The support of man's spiritual life is like the support of his natural; and the sacrament of the Lord's supper, (which some of late have taken great pains to undervalue and misinterpret) is built upon this similitude.
Man is sent into the world to earn his bread by his labour, and some think he is sent for nothing else; but this is only a shadow of his proper errand, which is, to work out his own salvation with fear and trembling:
* Rev. ii. 17.
and for this work he has need of sustenauce, as much as for the daily labours of his life. Therefore God has provided a supply of a spiritual kind, signified outwardly by the figures of bread and wine, the commemorative sacrifice of the death of Christ, and the instituted means of conveying the benefits of it to the souls of men. Beasts killed in sacrifice were fed upon by the offerers; and Christ's death being a sacrifice, he is fed upon in faith by those who thus commemorate his death: and the consequence is the strengthening and refreshing of their souls : if not, this absurdity should follow from the parrallel, that eating the flesh of sacrifices was a mere ceremony which contributed nothing to the nourishment of the body. What can be more express than the doctrine of our Saviour himself upon this subject? My flesh is meat indeed, and my blood is drink indeed-He that eateth me, even he shall live by me ; that is, shall live with a new and divine life, as really as his body lives and is nourished by his daily bread. Unless these words do signify, that a real principle of life and strength is derived to us from the body of Christ, whereof we partake, there can be no certainty in language, and every doctrine of the scripture may be thrown into doubt and obscurity. Without faith, as it hath already been argued in the proper place, the language of the scripture never was nor ever will be admitted in its true sense; but with it, it is clear enough to every reader.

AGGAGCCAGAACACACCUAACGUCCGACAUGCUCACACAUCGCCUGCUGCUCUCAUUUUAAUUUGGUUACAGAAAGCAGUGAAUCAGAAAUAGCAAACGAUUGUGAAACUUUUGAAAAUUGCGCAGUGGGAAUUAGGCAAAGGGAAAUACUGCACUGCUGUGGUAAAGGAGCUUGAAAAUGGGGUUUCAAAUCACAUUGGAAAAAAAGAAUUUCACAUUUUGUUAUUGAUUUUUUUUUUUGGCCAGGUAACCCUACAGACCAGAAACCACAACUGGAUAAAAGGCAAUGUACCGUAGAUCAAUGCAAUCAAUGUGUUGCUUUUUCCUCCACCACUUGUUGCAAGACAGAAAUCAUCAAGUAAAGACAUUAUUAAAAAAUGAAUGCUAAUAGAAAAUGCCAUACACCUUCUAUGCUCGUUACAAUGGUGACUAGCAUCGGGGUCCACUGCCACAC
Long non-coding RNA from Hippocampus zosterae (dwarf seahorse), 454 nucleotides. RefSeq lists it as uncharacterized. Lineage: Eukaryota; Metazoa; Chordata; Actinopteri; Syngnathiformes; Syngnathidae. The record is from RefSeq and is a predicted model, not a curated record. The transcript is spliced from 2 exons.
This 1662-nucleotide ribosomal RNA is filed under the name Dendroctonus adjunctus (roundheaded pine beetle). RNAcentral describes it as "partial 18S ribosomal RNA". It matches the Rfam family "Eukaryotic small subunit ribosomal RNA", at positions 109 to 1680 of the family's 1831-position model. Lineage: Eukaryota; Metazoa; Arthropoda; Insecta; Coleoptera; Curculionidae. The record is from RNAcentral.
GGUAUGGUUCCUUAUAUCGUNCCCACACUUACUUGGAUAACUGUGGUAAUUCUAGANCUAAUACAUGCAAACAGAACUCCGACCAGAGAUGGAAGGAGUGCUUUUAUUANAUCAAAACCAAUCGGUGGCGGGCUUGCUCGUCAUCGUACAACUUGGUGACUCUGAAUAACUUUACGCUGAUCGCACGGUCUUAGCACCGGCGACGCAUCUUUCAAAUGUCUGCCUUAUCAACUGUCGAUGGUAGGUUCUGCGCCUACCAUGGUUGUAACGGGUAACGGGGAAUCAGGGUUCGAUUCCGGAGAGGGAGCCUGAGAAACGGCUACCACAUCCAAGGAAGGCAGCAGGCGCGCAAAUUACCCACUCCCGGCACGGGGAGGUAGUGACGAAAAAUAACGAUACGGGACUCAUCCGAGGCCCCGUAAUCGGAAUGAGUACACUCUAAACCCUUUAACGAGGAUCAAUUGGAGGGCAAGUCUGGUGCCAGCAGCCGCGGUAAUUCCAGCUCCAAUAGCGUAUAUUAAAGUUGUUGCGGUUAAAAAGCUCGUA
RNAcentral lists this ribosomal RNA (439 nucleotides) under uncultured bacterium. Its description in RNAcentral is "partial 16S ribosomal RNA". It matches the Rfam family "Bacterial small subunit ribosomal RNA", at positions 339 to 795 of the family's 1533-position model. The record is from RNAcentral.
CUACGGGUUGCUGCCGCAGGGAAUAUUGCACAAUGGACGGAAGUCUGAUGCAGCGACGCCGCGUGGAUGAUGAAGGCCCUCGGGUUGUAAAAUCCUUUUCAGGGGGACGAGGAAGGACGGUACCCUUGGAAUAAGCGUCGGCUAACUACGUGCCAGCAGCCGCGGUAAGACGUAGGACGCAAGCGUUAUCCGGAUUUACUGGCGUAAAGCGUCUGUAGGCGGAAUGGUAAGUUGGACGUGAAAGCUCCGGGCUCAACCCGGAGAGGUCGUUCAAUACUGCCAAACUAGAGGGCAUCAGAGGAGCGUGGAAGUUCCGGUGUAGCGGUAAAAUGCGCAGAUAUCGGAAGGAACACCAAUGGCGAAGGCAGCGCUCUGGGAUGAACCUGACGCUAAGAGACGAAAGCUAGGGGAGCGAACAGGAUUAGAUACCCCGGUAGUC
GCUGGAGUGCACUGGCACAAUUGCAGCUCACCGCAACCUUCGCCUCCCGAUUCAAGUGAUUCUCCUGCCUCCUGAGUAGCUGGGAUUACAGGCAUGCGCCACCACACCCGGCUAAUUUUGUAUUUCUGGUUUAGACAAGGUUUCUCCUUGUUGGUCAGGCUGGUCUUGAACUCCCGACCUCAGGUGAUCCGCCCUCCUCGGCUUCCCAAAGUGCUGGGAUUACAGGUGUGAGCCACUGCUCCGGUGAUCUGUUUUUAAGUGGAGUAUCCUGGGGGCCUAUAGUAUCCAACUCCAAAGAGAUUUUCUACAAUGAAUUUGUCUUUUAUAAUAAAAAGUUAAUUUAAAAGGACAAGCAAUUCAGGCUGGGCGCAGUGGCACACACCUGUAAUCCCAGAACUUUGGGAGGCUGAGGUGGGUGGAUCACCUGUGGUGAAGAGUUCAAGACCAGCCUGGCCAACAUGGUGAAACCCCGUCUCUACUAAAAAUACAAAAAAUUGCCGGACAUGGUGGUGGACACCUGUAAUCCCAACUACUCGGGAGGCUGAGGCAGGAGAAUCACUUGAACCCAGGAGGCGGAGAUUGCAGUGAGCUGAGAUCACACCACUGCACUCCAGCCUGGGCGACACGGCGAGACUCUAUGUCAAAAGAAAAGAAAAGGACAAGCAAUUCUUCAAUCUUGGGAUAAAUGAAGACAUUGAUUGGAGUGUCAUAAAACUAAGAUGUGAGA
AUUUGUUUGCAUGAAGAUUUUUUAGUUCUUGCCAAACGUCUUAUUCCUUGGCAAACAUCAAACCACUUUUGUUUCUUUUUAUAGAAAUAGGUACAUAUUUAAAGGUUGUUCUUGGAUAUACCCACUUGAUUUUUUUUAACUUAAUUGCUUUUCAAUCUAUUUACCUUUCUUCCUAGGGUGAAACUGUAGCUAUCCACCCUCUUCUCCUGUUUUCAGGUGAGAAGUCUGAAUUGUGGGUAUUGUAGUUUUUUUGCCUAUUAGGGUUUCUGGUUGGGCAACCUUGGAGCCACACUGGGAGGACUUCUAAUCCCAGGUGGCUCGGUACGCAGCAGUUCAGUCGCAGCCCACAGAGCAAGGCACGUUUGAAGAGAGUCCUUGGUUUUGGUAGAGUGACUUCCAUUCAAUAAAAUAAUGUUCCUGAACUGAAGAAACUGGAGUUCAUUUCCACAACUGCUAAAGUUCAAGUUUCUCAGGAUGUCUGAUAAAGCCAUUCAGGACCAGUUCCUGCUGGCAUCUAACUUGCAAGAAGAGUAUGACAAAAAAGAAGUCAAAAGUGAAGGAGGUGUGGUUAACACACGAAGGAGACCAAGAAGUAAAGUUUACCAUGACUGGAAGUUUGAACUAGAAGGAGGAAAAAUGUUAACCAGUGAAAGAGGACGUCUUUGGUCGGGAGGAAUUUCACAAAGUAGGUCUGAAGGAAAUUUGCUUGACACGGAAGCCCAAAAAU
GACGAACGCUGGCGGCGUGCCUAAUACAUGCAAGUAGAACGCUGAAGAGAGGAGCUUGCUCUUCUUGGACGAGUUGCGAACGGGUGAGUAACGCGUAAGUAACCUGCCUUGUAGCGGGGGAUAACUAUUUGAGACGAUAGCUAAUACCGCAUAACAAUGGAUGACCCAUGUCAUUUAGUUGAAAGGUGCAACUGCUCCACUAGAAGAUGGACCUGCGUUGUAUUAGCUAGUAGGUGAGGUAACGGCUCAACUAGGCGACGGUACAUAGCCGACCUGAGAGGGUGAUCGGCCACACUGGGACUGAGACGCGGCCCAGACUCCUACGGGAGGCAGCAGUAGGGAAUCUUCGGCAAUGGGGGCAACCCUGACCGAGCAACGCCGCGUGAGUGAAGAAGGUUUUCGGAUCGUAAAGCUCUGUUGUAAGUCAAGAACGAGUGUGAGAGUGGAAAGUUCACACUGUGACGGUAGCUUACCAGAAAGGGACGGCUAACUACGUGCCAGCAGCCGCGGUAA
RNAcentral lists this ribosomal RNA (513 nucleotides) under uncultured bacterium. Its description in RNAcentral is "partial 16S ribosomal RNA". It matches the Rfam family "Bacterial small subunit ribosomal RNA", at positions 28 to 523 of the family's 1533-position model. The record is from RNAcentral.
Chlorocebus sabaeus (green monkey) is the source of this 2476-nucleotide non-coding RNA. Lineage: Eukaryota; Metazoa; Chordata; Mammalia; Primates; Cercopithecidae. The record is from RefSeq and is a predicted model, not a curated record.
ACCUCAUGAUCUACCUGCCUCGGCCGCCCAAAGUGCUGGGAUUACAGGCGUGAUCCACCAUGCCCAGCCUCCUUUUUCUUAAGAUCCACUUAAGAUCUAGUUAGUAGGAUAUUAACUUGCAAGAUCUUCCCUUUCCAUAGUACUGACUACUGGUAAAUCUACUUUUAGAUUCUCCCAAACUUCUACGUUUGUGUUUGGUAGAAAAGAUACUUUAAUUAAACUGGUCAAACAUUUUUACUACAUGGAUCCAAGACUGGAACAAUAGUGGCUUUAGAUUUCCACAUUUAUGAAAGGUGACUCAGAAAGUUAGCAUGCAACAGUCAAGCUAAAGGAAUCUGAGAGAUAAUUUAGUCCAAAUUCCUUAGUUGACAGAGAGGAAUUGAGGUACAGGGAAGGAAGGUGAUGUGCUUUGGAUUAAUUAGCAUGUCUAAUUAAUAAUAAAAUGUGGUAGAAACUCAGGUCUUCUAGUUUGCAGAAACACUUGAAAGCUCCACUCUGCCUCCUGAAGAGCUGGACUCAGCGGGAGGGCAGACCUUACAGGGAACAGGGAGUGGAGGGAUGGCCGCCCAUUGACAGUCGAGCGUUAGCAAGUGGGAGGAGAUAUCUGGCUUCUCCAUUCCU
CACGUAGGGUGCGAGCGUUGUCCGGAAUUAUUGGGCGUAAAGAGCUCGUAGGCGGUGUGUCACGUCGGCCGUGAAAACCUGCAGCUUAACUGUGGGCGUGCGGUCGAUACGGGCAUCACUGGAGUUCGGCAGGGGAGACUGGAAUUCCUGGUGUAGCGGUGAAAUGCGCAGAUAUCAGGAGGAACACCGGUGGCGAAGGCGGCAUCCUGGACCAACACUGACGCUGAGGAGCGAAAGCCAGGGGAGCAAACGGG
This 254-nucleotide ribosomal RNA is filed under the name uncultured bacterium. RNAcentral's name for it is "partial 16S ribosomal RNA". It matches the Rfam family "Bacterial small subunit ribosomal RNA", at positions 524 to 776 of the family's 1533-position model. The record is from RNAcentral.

This first head of my subject is so copious, that I must conclude here, and defer what remains to the next Lecture.